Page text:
Talk:Cam (bootleg)

From Wikipedia, the free encyclopedia
Jump to navigation Jump to search
WikiProject Media  
WikiProject iconThis article is within the scope of WikiProject Media, a collaborative effort to improve the coverage of Media on Wikipedia. If you would like to participate, please visit the project page, where you can join the discussion and see a list of open tasks.
 ???  This article has not yet received a rating on the project's quality scale.
 ???  This article has not yet received a rating on the project's importance scale.

I think it's no longer a stub

ARticle claims that xivd is most common for Cam releases untrue svcd or VCD is more common. Search for cam and see how few are xvid.Cartoonborg 14:48, 11 November 2006 (UTC)

The editor/creator of this page might be living in the US/UK, and to be very honest, XviD/DivX is the most common from my... "experience." Refer to the common Bittorrent releases/ers, I see the majority is XviD-encoded, but only a few are in VCD .iso/.bin-.cue format.TinFoil

Note dates of above. This article needs serious expansion and update. Even the formats have shifted in the 3-4 years since it was originally published. While xVid is still quite popular for smaller, lower quality files, as broadband access has proliferated and become faster, x264/H.264 and other higher res codecs have seen much greater use. This is a difficult number to attribute/reference, since there are few reliable and well-accepted sources of up-to-date data on technical specs for pirated copies of movies or other material.Googlyelmo (talk) 18:06, 17 November 2010 (UTC)


This article completely disregards the important history to "camming". Long before DVD's and file transfers were even a twinkle in Al Gore's eye, camming a movie from a cinema screen and selling it on blank vhs tapes on the street corner was the ONLY way to get pirated movies. This page focuses only on cammings place in the past few years. Wikipedia has only been popular for the past few years, so it makes sense that the pages here were written around what happened in these recent years, but in the interest of factuality and special interest it makes sense to actually go into the more real roots and history of camming as a practice. JayKeaton 13:12, 26 March 2007 (UTC)

I agree that mention of pre-internet "cams" is necessary to complete this article. I have little knowledge of the subject, other than remembering an episode of "Seinfeld" ca. 1996 [episode called "The Little Kicks," possibly one other] where Kramer attempts to cam a movie, after seeing a friend do it and sell VHS copies on the street for $5 a piece. Such tapes were widely available from street vendors all throughout Manhattan and the outer boroughs of New York City as early as 1986. I worked in a copy & printing shop where the owner had a lucrative contract to make color xeroxes of VHS covers, and the customer was clearly either camming or duping.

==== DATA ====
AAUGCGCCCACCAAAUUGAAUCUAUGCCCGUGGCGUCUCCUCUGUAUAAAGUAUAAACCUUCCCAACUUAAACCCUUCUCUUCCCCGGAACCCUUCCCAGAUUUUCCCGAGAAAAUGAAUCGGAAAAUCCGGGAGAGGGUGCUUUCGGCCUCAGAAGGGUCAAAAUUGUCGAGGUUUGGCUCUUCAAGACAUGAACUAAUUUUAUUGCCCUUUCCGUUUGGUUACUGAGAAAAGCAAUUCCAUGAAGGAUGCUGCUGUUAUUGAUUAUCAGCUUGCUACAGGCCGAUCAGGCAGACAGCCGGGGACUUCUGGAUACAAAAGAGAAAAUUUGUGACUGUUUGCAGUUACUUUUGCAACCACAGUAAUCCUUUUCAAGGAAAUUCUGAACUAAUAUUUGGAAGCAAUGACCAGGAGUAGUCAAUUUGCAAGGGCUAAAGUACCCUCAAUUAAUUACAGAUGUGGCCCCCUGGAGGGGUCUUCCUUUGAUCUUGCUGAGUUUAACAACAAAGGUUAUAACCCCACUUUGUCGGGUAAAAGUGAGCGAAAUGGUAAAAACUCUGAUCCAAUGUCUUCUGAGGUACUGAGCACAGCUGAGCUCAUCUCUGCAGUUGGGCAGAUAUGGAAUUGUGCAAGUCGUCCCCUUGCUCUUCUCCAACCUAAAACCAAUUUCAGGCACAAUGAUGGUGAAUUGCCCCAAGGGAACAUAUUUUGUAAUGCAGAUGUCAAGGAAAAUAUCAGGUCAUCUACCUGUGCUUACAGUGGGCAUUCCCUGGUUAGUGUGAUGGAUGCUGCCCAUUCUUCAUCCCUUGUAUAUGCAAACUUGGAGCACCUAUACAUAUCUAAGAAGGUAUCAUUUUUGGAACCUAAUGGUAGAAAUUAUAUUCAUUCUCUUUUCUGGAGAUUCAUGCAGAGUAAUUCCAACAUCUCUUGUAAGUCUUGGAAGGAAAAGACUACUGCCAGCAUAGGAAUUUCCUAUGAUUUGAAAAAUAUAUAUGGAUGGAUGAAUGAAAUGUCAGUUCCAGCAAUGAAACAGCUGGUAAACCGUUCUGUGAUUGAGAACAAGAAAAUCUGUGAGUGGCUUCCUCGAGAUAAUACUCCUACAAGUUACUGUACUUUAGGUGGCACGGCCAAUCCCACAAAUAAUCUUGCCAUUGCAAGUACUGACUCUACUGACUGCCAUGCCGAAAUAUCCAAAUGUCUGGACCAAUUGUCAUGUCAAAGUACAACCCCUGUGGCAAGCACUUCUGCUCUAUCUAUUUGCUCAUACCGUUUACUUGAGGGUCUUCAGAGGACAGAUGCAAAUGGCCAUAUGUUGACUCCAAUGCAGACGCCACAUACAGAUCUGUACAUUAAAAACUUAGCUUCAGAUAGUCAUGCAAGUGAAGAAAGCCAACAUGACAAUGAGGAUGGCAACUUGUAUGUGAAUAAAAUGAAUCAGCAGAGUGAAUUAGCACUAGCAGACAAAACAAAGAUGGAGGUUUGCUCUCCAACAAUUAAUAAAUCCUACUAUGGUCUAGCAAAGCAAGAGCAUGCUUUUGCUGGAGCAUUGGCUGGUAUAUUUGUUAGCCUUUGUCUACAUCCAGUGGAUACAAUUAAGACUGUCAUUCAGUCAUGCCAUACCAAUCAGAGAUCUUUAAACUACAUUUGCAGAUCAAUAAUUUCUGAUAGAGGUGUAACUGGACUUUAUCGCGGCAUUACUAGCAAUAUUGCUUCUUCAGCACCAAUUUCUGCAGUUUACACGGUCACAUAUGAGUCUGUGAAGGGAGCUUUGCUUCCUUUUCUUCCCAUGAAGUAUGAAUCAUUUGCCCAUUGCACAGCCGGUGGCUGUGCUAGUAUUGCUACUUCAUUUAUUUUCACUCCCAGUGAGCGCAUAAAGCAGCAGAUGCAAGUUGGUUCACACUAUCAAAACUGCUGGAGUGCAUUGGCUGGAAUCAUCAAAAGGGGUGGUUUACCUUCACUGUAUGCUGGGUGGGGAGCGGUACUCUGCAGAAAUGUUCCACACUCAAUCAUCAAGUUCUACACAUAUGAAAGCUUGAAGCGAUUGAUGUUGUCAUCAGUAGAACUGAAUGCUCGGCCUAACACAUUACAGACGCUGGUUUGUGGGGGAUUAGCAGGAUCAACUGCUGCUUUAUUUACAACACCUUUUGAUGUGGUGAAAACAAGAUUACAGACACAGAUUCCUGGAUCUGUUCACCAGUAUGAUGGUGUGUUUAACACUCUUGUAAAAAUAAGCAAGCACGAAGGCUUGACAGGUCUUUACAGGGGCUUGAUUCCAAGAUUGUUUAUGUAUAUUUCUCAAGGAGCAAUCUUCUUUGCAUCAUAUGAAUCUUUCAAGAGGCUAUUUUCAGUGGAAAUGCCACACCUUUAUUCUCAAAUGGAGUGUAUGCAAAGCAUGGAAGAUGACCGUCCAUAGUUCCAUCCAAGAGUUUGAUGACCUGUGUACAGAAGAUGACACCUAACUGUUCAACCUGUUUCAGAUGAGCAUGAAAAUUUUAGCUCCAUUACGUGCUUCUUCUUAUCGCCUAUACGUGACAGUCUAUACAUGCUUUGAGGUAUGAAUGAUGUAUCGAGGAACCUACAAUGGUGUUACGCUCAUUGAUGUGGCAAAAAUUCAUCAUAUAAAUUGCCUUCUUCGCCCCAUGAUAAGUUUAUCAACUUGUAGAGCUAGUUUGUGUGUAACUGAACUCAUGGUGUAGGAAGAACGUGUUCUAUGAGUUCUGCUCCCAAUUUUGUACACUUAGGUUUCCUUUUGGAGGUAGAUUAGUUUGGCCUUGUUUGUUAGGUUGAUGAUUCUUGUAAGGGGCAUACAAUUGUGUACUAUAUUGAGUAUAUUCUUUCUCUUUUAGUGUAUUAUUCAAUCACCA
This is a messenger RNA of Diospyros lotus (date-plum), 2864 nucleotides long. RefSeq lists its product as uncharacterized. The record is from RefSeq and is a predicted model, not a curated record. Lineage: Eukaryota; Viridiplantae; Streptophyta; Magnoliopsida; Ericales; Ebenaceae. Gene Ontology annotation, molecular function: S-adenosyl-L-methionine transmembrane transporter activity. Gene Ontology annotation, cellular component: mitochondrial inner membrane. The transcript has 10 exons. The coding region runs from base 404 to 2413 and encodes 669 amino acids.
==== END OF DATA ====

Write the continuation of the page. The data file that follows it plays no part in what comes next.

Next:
I'd also criticize this article for several unsubstantiated statements, such as the one claiming that ushers in some theaters have used/do use "night vision goggles" to spot cammers. I find that very hard to believe, because of the expense & intrusiveness. I have never cammed, never will, but I would be quite upset if I saw a theater employee scanning the auditorium with such goggles, it is an invasion of privacy, and I highly doubt any theater owner would permit, much less sanction, such use. In most instances, due diligence would be satisfied (and this article's author doesn't mention the contracts between film distributors and exhibitors, another glaring omission) by naked eye monitoring, and in fact 'night vision' use in a theater would periodically painfully blind, temporarily, the user when any scene in exterior daylight (or other bright source) came on. Moreover the legal exposure, in this day of 'upskirt' voyeurs and the like. This statement should be verified/attributed or removed. Even a link to a newspaper article mentioning such use of "night vision" goggles would suffice. The article might also mention and discuss that cams are one of the types of cinematic piracy that the movie industry is most upset by, since they appear in the first weeks that a movie is in North American theatrical release and probably cause the producers the most real losses (that would have to be cited/linked, but the MPAA web site is full of pages of data claiming such losses).Googlyelmo (talk) 17:53, 17 November 2010 (UTC)

Can't people just wait for the movie to come out?[edit]


they do, that is how cams are made. —Preceding unsigned comment added by (talk) 12:54, 17 October 2009 (UTC)

Other possible uses for this term[edit]

I think that Cam/camming could also apply to illegally recording stage plays and concerts and directly recording something off of a TV screen, like videos on YouTube where people record a TV screen playing something. --Fladoodle (talk) 21:41, 5 May 2013 (UTC)

Biased POV article[edit]

This article does not read as NPOV, and seems to paint the entire thing in an insidious slant. It seems as if people whose motives are to insinuate this is the worst crime against humanity that you could perpetrate. Seems inappropriate. - (talk) 16:08, 11 May 2014 (UTC)